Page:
Stories from Howard Beach, Ozone Park, Woodhaven, Richmond Hill, South Ozone Park, City Line and JFK Airport

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The Howard Beach Civilian Observation Patrol is back on the beat.

Though the patrol’s leader, Joe Thompson, never stopped posting to the group’s Facebook page and responding to various quality-of-life issues, the group resumed its car patrols in early August.

Despite being at the center of the recent COVID outbreak that shut down many of its schools last week, parents in Queens School District 28 have not lost track of its impending diversity plan.

The district’s latest Community Education Council meeting, held last Thursday, revealed that the city Department of Education will not proceed with the effort to increase local middle schools’ racial diversity until the end of the pandemic. Read more

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While some cities around the country have decried the holiday, Middle Village celebrated Columbus Day and Italian heritage last Saturday at Juniper Valley Park.

State Sen. Joe Addabbo Jr. addressed the gathering, above, as did former state Sen. Serf Maltese, seated, and Councilman Bob Holden, whose birthday fell on Columbus Day this year. Read more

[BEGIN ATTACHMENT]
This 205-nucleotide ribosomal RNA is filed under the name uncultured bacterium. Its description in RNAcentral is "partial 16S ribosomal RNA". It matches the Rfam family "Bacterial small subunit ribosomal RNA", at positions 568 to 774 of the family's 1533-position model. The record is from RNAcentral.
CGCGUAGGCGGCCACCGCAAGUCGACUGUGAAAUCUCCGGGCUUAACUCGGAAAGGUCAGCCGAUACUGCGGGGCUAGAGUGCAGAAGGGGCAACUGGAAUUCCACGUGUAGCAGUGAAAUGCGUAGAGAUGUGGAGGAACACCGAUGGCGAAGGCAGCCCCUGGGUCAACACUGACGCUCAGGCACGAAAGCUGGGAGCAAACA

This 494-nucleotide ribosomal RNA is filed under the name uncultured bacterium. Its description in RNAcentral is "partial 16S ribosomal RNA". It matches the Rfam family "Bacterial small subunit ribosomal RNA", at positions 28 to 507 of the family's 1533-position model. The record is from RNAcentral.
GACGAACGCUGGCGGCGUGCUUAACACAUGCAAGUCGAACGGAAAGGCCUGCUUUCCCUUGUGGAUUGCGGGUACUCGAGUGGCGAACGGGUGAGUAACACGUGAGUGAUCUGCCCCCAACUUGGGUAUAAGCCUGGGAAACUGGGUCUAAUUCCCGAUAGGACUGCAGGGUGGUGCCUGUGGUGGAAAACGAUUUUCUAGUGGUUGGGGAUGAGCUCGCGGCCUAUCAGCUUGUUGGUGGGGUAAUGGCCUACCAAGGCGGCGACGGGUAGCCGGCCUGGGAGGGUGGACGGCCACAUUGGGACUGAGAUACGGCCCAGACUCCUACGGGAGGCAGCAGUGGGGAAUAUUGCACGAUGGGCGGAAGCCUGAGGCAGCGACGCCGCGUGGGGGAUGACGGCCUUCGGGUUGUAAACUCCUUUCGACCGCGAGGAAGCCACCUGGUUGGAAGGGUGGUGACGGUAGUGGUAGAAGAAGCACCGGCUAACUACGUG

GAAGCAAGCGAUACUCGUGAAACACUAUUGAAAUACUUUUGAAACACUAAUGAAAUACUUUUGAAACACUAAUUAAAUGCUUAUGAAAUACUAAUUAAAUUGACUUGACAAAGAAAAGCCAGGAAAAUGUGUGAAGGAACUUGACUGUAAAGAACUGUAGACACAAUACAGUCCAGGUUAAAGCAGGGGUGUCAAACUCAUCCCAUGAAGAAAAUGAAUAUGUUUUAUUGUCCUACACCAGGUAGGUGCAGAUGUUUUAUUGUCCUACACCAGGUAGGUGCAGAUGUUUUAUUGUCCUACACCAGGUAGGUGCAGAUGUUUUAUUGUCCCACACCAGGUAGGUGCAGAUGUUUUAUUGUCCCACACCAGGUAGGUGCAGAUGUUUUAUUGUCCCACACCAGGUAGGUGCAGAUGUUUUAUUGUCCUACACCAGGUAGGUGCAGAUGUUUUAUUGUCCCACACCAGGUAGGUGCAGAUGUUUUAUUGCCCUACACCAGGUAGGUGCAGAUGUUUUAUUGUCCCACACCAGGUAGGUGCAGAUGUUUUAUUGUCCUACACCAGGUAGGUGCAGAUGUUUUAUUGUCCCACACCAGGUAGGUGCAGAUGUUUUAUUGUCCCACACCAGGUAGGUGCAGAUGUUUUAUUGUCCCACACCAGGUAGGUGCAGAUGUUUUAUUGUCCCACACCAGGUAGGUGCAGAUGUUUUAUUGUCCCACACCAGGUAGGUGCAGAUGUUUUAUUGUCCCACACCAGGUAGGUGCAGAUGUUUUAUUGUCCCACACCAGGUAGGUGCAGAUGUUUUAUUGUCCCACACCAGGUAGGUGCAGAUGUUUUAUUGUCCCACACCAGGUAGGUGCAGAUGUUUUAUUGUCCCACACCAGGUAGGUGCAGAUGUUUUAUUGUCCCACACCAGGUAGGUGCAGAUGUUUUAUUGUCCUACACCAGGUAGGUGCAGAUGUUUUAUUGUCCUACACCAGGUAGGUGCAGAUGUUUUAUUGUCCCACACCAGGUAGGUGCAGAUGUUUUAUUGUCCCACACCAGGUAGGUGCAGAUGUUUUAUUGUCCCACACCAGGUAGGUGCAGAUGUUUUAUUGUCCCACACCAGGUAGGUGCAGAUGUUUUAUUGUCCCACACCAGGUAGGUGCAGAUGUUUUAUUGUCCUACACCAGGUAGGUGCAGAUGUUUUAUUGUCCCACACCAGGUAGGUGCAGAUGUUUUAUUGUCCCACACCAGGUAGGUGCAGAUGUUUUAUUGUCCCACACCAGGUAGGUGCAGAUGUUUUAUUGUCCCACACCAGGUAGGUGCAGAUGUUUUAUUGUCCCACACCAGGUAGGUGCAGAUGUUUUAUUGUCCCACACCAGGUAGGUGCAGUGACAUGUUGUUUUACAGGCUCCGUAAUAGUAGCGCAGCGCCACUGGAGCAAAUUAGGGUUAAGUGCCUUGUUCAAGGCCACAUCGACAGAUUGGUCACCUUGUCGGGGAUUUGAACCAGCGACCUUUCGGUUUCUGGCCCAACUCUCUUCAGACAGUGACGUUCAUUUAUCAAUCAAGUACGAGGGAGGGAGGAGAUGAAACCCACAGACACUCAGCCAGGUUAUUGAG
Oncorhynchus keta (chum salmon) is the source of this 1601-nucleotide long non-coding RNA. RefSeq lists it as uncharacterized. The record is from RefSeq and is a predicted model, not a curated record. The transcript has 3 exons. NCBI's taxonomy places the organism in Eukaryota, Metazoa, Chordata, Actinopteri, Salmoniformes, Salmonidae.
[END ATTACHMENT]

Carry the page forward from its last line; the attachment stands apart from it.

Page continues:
Monday, October 19, 2020
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Following more than three years of legislative parlaying, a dispute between Mayor de Blasio and Gov. Cuomo and a lawsuit, New York State’s ban on most single-use plastic bags went into effect Monday morning.

And it still may not be settled yet, with business interests awaiting the outcome of yet another lawsuit alleging recent policy changes ordered by the state’s Department of environmental Conservation leave it unclear as to how stores are to comply. Read more

Friday, October 16, 2020
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The Roman Catholic Diocese of Brooklyn and Queens has lost its legal battle to reopen churches in areas designated as red zones after a recent increase on positive tests for the COVID-19 virus.

The diocese, in a case before U.S. District Court Judge Nichols Garaufis, also sought to increase the maximum capacities on churches in red zones, which now is at 10 for buildings that in some cases can hold 500 to 1,000 or more. Read more

Thursday, October 15, 2020

A small group of parents and their children fed up with the city’s handling of education during the pandemic gathered in front of a Little Neck school Tuesday afternoon to beg for better planning.

“This is a platform for our families and our parents to be heard ... No one seems to be listening to them,” said organizer and candidate for City Council District 19 Adriana Aviles in front of PS 94. Aviles, who also serves as president of Community Education Council 26, said she has heard an overwhelming number of complaints from families struggling to adapt to the Department of Education’s constantly changing approach to learning throughout the crisis. Read more